Sometimes, clients get the impression that practices are “law” when they are actually “professional guidelines/protocols” or “standard practice in the community”. Obstetrics tends to be an aggressive field. . . practitioners would rather be accused of doing too much rather than too little. This does leave the client in the position of having to keep quiet about her membranes releasing or going it alone if she speaks up and gets fired as a “noncompliant patient”. The fact that all inductions carry dangers seems to be of little concern to most practitioners when the induction ball gets rolling.

  5. I don’t like castor oil either. It seems like if you are considering induction for a problem you wouldn’t want to be taking in a toxic substance. Probably the best remedy is Essence of Patience.
    Thank you, Gloria, for speaking up on all these topics. We need to hold on to the truth that Nature knows best. Our job is to discover how best to work with her.

  6. Pingback: Is there really any such thing as a “natural” induction « Woman to Woman Childbirth Education

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  8. i have just bought castor oil and now I’m not finding any strength to take it …so i decided to leave it to Nature, as well. My mother inlaw suggested taking castor oil 1 tsp with a glass of warm milk just after it ….. for this delivery, I’m going to be relaxed and calm and have patience. Plz pray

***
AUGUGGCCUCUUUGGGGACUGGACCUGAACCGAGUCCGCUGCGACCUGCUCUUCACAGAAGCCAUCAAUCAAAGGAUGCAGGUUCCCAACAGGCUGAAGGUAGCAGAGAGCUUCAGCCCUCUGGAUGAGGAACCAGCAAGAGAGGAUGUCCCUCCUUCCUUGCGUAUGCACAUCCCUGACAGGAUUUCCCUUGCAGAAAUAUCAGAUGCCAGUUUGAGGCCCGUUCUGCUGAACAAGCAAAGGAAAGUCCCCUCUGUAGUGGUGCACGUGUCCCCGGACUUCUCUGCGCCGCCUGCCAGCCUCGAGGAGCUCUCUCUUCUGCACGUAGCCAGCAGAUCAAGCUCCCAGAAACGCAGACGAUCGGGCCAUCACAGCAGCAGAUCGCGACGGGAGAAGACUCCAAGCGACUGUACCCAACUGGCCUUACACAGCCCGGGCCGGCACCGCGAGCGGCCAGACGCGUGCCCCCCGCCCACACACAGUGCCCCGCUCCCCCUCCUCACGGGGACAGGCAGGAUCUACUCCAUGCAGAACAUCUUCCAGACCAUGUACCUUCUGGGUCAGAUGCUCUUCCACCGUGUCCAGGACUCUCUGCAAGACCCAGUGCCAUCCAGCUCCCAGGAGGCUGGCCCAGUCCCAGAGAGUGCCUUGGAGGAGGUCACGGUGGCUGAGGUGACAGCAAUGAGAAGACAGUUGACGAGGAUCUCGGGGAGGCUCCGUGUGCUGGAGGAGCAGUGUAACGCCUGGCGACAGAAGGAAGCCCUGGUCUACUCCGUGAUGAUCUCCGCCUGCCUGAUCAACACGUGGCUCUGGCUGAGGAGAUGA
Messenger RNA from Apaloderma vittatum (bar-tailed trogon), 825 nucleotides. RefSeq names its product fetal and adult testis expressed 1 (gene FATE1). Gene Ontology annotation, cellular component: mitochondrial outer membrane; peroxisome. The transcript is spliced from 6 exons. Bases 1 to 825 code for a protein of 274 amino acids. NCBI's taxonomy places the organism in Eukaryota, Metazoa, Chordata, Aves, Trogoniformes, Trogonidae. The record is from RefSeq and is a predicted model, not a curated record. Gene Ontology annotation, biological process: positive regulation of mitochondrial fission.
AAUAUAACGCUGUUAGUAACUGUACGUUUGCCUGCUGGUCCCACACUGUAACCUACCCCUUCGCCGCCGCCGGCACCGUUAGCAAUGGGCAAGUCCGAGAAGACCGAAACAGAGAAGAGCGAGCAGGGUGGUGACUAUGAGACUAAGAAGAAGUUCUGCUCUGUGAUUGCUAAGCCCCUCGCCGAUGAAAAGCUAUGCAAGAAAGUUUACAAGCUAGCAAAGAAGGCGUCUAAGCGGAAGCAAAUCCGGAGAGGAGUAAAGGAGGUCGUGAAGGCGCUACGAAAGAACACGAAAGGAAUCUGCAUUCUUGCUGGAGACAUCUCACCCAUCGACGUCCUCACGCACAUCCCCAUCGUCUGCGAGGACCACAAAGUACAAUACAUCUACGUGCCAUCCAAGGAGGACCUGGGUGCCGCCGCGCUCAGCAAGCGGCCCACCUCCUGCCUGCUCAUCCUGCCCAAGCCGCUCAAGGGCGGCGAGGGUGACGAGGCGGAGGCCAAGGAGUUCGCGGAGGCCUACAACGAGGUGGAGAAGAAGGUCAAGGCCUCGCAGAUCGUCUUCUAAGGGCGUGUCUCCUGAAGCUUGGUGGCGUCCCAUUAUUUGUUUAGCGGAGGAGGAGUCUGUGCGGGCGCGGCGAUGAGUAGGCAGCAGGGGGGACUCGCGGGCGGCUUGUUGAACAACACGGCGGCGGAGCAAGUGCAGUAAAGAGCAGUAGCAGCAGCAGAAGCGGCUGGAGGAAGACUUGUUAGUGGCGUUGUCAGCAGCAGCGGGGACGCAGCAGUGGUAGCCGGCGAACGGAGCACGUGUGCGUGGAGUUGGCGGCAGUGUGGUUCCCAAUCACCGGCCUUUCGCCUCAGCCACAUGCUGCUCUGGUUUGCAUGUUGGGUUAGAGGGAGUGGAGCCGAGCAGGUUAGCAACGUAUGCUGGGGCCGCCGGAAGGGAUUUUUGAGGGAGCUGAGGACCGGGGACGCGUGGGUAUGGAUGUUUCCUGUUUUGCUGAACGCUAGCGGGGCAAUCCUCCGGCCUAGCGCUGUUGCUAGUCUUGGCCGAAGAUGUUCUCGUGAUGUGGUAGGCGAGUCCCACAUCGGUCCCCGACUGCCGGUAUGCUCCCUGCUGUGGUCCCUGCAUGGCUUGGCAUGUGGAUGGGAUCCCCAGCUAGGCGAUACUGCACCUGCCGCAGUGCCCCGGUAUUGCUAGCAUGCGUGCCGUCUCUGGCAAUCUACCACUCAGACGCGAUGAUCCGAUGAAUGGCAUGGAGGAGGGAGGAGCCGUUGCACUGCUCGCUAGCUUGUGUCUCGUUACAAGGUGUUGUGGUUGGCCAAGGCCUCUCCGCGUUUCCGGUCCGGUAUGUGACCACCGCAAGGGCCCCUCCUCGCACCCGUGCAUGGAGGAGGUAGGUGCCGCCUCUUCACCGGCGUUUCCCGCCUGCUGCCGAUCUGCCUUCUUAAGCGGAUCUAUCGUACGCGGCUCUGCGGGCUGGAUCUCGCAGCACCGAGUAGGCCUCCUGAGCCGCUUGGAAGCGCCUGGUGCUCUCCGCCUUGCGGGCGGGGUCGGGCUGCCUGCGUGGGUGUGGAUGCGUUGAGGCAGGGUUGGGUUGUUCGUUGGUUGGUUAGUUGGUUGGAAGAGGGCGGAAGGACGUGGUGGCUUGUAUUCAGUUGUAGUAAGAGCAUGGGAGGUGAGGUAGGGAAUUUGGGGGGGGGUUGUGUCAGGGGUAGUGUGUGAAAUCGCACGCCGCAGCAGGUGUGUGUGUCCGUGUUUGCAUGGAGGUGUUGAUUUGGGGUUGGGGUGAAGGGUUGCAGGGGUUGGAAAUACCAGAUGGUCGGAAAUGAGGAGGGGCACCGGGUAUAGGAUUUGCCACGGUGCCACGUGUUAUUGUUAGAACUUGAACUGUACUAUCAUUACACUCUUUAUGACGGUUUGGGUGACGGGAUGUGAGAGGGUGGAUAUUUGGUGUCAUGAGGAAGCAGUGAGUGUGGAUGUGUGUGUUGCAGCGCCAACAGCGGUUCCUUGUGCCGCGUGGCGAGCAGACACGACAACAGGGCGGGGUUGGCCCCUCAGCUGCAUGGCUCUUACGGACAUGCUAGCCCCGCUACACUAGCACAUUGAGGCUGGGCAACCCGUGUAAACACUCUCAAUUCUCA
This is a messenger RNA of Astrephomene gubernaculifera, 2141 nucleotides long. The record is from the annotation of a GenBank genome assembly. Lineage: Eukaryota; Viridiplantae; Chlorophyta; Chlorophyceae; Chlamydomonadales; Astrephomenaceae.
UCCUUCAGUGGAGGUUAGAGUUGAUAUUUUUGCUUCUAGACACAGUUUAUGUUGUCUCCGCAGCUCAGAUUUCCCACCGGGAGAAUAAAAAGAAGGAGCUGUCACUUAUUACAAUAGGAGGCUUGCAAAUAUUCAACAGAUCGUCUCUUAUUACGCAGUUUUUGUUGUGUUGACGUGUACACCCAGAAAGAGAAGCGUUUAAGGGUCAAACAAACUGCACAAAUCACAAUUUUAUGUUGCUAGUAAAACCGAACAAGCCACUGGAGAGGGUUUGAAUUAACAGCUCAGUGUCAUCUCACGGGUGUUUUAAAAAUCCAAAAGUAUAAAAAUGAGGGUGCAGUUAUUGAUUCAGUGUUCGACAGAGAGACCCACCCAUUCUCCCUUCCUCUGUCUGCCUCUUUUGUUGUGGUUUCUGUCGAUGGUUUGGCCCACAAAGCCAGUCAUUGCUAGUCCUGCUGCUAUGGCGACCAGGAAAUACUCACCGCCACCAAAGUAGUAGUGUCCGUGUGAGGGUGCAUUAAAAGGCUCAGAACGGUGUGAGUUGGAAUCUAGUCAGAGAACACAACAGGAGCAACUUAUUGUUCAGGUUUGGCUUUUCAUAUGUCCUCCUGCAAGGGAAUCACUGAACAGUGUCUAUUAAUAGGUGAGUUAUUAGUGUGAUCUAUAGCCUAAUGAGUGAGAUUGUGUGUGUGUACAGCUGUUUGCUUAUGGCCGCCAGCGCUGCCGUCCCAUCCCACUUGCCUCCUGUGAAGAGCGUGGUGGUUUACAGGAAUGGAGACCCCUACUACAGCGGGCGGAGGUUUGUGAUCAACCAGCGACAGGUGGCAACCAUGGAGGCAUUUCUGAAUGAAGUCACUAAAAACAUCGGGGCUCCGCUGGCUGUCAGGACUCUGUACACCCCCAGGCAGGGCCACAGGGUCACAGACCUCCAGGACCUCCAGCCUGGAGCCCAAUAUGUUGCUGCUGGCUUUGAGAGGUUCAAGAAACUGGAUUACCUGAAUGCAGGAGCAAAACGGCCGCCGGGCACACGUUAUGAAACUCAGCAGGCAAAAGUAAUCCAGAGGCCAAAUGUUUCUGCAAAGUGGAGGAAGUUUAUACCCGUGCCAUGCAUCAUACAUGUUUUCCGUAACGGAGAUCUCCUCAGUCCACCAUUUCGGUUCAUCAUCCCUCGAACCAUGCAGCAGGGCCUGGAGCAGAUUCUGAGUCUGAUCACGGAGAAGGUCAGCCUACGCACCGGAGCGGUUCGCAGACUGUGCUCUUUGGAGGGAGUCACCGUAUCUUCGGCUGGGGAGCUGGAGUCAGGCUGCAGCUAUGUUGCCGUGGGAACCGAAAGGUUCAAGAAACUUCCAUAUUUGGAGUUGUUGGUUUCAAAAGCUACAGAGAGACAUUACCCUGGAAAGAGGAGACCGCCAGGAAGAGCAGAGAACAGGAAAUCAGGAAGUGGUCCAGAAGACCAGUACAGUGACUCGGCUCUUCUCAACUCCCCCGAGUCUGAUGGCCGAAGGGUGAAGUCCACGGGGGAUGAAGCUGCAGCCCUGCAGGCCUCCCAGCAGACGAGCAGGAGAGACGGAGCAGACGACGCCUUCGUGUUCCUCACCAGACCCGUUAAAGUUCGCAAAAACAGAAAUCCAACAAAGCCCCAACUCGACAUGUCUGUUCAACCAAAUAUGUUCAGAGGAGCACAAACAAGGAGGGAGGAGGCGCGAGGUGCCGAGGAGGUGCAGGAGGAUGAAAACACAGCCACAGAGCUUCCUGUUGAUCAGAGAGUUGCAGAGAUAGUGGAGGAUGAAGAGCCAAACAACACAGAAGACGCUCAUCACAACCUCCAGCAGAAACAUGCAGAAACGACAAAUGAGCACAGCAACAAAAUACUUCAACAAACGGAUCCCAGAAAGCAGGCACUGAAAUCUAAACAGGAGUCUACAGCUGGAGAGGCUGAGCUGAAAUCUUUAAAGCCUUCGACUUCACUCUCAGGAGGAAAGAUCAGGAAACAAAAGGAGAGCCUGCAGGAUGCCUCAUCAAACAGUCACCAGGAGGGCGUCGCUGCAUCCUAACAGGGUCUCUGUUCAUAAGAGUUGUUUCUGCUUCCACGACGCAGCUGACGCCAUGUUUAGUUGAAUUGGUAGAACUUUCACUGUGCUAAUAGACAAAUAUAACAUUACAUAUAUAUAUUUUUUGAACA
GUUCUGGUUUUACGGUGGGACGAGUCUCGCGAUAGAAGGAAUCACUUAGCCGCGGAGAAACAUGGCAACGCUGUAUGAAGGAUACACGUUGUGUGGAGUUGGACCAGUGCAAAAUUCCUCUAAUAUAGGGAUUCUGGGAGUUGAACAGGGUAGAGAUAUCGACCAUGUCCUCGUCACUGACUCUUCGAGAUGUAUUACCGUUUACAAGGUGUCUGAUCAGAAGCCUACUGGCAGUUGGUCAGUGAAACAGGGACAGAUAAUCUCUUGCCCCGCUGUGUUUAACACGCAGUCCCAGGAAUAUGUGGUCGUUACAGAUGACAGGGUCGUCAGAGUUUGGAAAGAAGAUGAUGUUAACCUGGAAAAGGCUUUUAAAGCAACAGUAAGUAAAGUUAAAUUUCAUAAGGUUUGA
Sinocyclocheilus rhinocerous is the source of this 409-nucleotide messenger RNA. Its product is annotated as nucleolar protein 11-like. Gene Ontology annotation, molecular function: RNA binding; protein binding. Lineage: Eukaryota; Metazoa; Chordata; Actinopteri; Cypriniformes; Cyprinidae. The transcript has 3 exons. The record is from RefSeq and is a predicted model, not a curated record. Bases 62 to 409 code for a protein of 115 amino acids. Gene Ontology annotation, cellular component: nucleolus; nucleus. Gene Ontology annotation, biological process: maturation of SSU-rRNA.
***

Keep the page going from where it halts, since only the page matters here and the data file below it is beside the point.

• You can mix the castor oil with another oil and it’s great for your hair. You can also use it to wash your face with. Just don’t try to use it for induction.

  9. I just delivered my second child, hbac, at 15 days overdue. The gyno that I had seen at the very beginning of my pregnancy was firm on a 39 week induction, and I wanted labor to start on its own, so I switched to an unlicensed midwife (due to having pre-gest diabetes, regardless that it was very, very well controlled, no licensed midwife could attend me). At 15 days past, my midwife said, “Well, your bp is elevated, there is trace protein in your urine, and you’re overdue. Baby comes by tomorrow night, or it’s off to the hospital for you.” Which, of course, meant another unnecessary c-section. So I broke down and took about an ounce of castor oil. (I had been trying homeopathic versions of blue/black cohosh, sex, walking, EPO, etc., etc.,and nothing was working.)